Multiplayer is a little more exciting, at least if you can find a game. But even there, those familiar with the Armored Core series may be familiar with the problem I’m about to mention. Have you ever heard that Sun Tzu Art of War quote about how a battle is decided before it’s even begun? It’s in play here: how you’ve equipped your AC is going to do a lot of the work in determining whether you have much of a chance against whatever online opponents you’re matched up with. If you have the right loadout, you’ll probably win. If your loadout is a bad match, you’ll probably lose. Now, you’ll win or lose with some very impressive graphics, and maybe you’ll carefully inspect your opponent’s AC and rethink your loadout after the battle. But in the end, Armored Core 5 is the sort of game that puts a little too much emphasis on equipment as opposed to skill or even action. And this is assuming you can even find a match – I admit, I had trouble doing so, and got the impression that the game’s online population is on the thin side right now. You’ve been warned.

[singlepic id=3128 w=320 h=240 float=left]One area where the multiplayer does pick up, however, is in the co-op matches. Armored Core 5 not only offers the ability to play missions with friends, but also ties this into the aforementioned online PVP play. Bringing 2 to 4 players together to take on the game’s challenges adds some spice to this game – doesn’t it always? – and by raising your team level, you gain access to better and better parts for your AC. Speaking of team level and AC parts, if you intend to give that online player versus player combat a try, I recommend putting in as much time as you can playing co-op modes with friends and getting access to the higher level AC parts. Those who do manage to show up for an online conflict tend to be well equipped to say the least.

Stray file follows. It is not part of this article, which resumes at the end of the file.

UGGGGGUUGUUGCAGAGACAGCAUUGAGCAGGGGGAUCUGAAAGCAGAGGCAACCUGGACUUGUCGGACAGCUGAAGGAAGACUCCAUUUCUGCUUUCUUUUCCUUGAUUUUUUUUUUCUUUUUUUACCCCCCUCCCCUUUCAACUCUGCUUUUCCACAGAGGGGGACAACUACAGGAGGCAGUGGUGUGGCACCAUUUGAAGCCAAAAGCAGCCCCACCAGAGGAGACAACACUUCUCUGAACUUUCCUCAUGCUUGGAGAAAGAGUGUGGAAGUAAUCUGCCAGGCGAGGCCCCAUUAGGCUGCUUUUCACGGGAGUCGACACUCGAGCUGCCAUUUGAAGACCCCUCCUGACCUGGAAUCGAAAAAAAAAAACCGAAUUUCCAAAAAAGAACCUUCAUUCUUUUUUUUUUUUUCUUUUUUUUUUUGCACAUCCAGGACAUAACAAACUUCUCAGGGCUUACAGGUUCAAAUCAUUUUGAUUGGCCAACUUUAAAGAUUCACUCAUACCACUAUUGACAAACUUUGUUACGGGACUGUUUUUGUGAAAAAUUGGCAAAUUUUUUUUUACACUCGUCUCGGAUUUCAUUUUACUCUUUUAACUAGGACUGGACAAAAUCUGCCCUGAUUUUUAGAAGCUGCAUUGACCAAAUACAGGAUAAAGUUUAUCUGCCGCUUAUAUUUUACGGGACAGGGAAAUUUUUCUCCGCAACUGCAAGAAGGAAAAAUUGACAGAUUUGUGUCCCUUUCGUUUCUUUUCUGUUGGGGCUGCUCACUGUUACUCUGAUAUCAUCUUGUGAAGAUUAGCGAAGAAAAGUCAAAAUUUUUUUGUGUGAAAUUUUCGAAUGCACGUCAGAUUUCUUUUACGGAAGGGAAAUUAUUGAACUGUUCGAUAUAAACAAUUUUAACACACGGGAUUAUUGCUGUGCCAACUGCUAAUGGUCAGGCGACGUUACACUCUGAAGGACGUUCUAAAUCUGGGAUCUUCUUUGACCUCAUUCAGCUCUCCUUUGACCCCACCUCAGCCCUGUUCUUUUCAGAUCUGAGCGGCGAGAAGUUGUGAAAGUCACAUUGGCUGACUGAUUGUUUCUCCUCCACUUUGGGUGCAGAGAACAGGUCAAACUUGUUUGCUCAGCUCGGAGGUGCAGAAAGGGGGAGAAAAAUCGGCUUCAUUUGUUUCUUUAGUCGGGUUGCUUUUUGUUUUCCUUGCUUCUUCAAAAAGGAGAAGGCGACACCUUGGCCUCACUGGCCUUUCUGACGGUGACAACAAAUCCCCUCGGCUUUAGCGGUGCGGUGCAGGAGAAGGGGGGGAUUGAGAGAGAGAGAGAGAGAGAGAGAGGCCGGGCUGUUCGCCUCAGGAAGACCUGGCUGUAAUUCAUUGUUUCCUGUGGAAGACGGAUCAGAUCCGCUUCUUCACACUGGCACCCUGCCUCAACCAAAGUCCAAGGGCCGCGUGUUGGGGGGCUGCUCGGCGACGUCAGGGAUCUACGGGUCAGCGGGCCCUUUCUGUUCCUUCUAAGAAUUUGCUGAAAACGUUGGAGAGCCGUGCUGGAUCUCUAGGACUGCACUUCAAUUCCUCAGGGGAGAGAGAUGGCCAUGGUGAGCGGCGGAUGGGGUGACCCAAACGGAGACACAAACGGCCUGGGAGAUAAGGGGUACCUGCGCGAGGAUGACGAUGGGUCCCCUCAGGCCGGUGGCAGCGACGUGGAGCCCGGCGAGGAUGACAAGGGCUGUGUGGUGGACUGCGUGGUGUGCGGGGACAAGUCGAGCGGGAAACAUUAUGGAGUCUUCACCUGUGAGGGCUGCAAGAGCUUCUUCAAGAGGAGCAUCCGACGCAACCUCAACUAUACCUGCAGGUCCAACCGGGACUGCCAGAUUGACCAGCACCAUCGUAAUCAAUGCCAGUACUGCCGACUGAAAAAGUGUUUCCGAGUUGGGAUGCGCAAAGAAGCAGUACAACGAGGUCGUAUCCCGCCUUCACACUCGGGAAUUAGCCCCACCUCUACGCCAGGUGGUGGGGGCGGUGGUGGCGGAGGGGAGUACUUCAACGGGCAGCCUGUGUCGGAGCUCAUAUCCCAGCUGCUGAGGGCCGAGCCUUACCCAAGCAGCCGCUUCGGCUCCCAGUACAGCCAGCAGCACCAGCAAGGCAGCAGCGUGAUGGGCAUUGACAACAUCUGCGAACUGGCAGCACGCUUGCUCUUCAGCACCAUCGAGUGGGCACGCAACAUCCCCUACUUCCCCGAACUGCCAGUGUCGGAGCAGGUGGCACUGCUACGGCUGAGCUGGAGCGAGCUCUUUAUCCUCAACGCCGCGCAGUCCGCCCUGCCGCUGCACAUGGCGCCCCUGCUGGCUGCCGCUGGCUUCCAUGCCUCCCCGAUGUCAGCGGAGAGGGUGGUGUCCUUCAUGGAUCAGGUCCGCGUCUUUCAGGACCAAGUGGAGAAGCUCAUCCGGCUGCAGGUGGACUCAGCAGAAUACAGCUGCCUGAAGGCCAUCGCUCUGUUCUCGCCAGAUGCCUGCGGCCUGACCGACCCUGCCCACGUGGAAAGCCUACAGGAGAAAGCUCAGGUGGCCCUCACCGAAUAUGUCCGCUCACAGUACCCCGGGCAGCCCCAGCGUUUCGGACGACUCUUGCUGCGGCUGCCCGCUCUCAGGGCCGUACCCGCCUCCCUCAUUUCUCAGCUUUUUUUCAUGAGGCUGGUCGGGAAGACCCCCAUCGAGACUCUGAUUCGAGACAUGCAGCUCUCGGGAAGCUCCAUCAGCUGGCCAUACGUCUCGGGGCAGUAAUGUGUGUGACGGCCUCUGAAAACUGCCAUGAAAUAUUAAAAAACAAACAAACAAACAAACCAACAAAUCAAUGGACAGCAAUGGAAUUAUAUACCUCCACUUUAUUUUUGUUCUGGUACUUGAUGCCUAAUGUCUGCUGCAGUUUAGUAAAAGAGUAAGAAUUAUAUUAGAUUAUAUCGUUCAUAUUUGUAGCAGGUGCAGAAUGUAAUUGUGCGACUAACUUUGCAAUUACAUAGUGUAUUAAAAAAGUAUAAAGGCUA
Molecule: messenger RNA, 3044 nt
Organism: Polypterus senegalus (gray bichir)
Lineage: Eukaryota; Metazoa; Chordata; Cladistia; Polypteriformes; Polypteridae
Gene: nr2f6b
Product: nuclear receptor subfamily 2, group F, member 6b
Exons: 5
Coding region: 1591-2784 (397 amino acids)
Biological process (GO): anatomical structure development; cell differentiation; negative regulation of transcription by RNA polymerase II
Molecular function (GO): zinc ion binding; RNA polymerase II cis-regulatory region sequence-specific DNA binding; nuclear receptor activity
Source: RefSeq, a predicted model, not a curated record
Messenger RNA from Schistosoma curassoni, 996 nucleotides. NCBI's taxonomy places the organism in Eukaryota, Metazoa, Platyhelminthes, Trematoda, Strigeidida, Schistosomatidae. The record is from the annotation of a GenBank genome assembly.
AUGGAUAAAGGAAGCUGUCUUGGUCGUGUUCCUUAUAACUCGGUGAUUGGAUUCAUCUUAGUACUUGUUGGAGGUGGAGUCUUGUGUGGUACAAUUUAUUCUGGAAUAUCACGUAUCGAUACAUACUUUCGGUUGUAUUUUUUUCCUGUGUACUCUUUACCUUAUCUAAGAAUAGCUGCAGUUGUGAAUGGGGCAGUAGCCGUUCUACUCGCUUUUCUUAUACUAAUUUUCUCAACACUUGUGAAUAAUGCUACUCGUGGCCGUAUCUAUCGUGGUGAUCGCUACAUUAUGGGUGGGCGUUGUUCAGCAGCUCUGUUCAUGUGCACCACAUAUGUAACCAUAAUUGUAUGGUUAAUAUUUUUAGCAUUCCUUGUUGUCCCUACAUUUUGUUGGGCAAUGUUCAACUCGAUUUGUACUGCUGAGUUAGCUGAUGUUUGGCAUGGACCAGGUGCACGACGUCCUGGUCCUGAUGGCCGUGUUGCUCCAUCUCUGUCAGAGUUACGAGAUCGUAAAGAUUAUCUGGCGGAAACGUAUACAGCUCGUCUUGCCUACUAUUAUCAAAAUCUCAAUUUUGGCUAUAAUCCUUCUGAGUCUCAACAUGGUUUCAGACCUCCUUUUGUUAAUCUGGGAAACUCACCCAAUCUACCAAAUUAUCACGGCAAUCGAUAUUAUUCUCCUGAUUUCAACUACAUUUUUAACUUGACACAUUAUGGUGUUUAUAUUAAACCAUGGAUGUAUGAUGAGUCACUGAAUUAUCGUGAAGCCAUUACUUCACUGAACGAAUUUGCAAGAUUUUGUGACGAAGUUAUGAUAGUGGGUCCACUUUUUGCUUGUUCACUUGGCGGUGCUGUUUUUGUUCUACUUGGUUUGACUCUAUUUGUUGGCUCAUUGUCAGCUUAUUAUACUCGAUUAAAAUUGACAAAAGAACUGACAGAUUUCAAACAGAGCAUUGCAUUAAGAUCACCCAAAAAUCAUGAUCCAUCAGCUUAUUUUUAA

The one thing Armored Core 5 has going for it is this: it remains one of the only real mecha-themed games available for the consoles. Now, that’s not the most stunning endorsement a game could ask for, but let’s be frank: it’s something. If you really love to stomp around in a big metal machine that you’ve built and painted, then hey… at this point, you have to take what you can get. And that means taking Armored Core 5. Now, it manages to do this with graphical splendor, with a huge variety of customizable options, and as part of a long-running franchise. But it’s still crossing the finish line in large part because it’s, in many ways, the only game in town. For you console mecha lovers out there, I say give this one a hesitant shot – rent it and decide if you want to commit for the long haul. For you guys who love to collect gear and customize/create avatars, particularly mechas? Again, this is worth a look. Everyone else, you may want to give this a pass for now and wait to catch it at a discount.

Victor Grunn has been a gamer since the days of single-button joysticks and the Atari 800XL. When not lamenting the loss of the Ultima series or setting people on fire in Team Fortress 2, he's an aspiring indie game developer and freelance writer.